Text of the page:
An engaging absurdist VHS collage which also features the director’s parents, Tim Robbins and Susan Sarandon
Dir. Jack Henry Robbins. US. 2019. 90 mins
Deliberately scattershot and naïve, this engaging, absurdist collage, shot entirely on VHS tape, smuggles a serious message beneath its 80s poodle-permed public access television pastiche. It’s Christmas, 1987, and 12-year-old Ralph has unwrapped a state of the art video camera. He grabs the nearest tape (his parents’ wedding video) and starts recording. His subjects – forbidden late night television, his best friend, his parents’ fracturing marriage – are disparate. But gradually, the seemingly random elements thread together and something loosely approximating a plot appears. An unexpected left turn in the final act, from wry comic nostalgia into genre, is less successful than the endearingly clunky recreations of workout videos, advertising, shopping channels and oddball amateur TV oddities.
The chipper found-footage structure and skittering editing which reflects the attention span of a 12-year-old boy means that the picture never drags
The first feature from Jack Henry Robbins evolved out of two short films, Painting With Joan and Hot Winter: A Film By Dick Pierre, which premiered at Sundance in 2017 and 2018 consecutively. It is tailor-made for festival audiences: the combination of its affectionate use of lo-fi VHS filmmaking technology (presumably the first brush with homemade cinema for many audience members) and its nod towards today’s culture of obsessive self-documentation will make for an appealing program addition for festivals after the film has its international premiere in Rotterdam. Too quirky and slight to generate much momentum theatrically, the presence in the cast of comedienne Charlyne Yi, Mark Proksch (The Office, What We Do In The Shadows) and Robbins’ parents Susan Sarandon and Tim Robbins might provide a marketing angle.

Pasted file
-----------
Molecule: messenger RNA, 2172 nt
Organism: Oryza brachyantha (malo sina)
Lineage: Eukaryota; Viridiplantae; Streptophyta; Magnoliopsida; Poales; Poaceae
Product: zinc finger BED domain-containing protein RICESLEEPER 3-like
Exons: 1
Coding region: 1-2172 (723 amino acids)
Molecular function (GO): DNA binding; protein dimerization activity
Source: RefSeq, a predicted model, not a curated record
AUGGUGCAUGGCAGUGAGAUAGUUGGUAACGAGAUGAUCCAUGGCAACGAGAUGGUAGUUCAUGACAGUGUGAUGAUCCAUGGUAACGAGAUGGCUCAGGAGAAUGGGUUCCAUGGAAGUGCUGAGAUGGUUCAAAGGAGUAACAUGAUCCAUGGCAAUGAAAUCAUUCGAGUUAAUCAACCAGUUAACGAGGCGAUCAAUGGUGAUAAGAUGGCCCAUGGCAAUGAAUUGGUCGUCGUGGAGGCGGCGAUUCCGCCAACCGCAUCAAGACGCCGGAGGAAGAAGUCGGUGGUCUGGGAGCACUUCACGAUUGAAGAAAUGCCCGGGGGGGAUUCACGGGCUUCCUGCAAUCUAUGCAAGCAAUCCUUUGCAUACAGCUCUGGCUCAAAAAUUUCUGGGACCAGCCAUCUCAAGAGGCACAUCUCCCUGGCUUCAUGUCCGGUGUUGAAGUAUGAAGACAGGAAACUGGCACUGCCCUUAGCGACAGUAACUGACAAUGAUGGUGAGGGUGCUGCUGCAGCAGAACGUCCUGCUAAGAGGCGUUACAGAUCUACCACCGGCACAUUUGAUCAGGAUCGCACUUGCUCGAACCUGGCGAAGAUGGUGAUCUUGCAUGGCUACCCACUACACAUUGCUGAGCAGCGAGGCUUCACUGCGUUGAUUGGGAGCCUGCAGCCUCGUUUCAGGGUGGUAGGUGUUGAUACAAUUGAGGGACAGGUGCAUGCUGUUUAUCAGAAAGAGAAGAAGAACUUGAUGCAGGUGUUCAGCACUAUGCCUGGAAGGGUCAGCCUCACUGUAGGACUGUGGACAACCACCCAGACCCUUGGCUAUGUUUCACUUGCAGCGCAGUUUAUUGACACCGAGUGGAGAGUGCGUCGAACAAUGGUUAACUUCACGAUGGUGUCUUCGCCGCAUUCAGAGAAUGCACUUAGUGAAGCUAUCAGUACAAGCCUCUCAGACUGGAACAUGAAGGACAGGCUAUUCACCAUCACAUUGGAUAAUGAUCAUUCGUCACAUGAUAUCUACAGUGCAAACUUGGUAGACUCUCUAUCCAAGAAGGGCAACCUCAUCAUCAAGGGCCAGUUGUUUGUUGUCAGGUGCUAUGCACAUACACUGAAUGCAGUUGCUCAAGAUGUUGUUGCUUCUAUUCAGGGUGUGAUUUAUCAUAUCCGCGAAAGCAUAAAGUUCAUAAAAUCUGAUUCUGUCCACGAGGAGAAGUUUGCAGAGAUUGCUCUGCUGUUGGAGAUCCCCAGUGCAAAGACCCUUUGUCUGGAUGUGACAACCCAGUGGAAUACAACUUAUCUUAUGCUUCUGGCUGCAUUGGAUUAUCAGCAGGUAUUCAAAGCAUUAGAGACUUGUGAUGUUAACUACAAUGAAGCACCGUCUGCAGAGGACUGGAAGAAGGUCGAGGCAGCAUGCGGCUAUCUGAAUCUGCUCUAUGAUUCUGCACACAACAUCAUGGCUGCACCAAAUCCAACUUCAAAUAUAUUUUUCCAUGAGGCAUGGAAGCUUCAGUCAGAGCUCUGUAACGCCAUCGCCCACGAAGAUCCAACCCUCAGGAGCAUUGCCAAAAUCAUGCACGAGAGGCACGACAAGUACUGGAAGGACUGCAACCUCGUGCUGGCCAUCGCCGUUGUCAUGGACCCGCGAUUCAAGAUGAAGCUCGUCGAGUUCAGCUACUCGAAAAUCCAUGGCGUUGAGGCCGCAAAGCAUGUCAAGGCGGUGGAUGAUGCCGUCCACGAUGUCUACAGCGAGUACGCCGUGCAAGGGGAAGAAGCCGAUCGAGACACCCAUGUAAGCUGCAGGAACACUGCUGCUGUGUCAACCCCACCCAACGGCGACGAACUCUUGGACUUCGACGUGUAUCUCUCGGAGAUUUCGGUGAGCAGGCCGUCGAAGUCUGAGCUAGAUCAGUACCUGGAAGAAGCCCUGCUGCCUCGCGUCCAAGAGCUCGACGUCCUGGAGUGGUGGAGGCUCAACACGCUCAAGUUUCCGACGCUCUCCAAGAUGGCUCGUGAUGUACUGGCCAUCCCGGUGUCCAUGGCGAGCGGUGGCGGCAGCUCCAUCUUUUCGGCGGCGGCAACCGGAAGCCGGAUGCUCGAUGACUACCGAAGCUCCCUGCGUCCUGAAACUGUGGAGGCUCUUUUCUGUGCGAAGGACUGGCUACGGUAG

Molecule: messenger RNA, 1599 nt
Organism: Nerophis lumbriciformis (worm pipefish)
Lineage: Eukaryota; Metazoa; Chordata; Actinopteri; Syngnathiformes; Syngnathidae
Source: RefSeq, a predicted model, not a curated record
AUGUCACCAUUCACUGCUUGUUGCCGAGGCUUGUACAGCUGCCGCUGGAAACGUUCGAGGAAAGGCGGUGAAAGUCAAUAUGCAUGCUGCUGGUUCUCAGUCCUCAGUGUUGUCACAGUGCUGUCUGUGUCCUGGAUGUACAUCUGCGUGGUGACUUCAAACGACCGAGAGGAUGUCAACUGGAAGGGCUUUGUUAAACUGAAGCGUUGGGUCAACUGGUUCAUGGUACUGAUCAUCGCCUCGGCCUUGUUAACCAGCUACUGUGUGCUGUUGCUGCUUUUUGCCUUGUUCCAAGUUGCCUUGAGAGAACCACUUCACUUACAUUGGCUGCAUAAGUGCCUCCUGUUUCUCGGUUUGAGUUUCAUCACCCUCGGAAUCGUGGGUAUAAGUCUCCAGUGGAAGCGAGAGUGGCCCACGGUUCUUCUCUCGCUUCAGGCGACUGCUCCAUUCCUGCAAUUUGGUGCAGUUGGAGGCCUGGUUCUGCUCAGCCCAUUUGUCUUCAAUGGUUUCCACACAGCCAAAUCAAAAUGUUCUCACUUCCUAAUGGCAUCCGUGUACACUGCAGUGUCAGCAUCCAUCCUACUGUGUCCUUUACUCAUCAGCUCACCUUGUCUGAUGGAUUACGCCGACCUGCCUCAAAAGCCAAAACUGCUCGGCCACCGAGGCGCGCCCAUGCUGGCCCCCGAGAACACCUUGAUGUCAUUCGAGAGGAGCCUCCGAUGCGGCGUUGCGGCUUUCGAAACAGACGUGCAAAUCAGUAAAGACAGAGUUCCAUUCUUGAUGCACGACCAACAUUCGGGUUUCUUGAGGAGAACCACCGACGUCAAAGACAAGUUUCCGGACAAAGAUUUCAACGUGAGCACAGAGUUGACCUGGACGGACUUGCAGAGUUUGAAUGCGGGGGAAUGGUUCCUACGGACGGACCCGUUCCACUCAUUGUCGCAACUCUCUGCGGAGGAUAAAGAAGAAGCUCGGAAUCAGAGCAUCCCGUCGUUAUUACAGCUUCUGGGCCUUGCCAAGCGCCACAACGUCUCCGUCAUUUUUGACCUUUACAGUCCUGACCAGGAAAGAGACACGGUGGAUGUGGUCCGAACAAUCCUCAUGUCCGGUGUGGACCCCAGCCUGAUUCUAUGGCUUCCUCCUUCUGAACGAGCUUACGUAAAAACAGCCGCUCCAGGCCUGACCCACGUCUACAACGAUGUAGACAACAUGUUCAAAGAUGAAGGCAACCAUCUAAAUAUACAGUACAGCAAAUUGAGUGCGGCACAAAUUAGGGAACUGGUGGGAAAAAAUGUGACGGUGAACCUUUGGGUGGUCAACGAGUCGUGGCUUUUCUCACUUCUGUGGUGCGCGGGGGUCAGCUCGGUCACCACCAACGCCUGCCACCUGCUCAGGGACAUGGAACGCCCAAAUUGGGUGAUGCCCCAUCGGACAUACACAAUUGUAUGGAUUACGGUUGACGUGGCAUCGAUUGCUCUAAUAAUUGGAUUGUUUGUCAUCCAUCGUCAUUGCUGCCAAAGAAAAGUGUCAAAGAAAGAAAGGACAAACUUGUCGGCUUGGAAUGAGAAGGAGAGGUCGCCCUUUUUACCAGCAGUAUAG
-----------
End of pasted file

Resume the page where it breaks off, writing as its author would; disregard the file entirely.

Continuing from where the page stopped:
The erasure of the wedding video, choppily obscured by the kind of cultural ephemera that a pre-teen boy might find attractive, has a certain poignancy. Through the glimpses of footage that Ralph captures of his parents, it becomes clear that the marriage is struggling. We hear muffled late-night recriminations as Ralph hides the camera under the bed covers, trying to conceal the fact he has been taping softcore porn from the television. This is the most significant of the story strands which gradually cohere over the course of the picture, as the amusing but initially disposable sketch format gathers momentum and a series of mini-threads emerge.
A toxic relationship between two formerly married shopping channel presenters deteriorates live on air; the gauche host of a front room music show, ’Interludes with Lou’, has a real-time lesbian awakening; the banal public access show ’Painting With Joan’ reveals an unimaginable darkness in the soul of Joan (Kerri Kenny, great fun), the chintzy middle-aged lady who keeps “lucky bones and hair” in her bedside cabinet, “to keep the night terrors away”.
The chipper found-footage structure and skittering editing which reflect the attention span of a 12-year-old boy means that the picture never drags, but neither does it achieve much in the way of depth. Perhaps the most interesting element is the suggestion that VHS was the starting point for a cultural shift. Ralph records a brief clip of a televised interview with an author who has researched the impact of home video use and discovered “tape narcissism”, a pathology of the home video user which will eventually alter their relationship with reality. “It’s the beginning of something very frightening. The world will exist to be filmed.” But then Ralph loses interest and tapes a global warming themed porn movie instead.
Production companies: Hot Winter Films
International sales: Yellow Veil Pictures, email@example.com
Producer: Delaney Schenker
Screenplay: Jack Henry Robbins, Nunzio Randazzo
Editing: Avner Shiloah
Cinematography: Nate Gold
Production Design: Tyler Jensen
Music: Eric D. Johnson
Main cast: Mason McNulty, Rahm Berkshaw, Kerri Kenny, Charlyne Yi, Courtney Pauroso, Thomas Lennon, Mark Proksch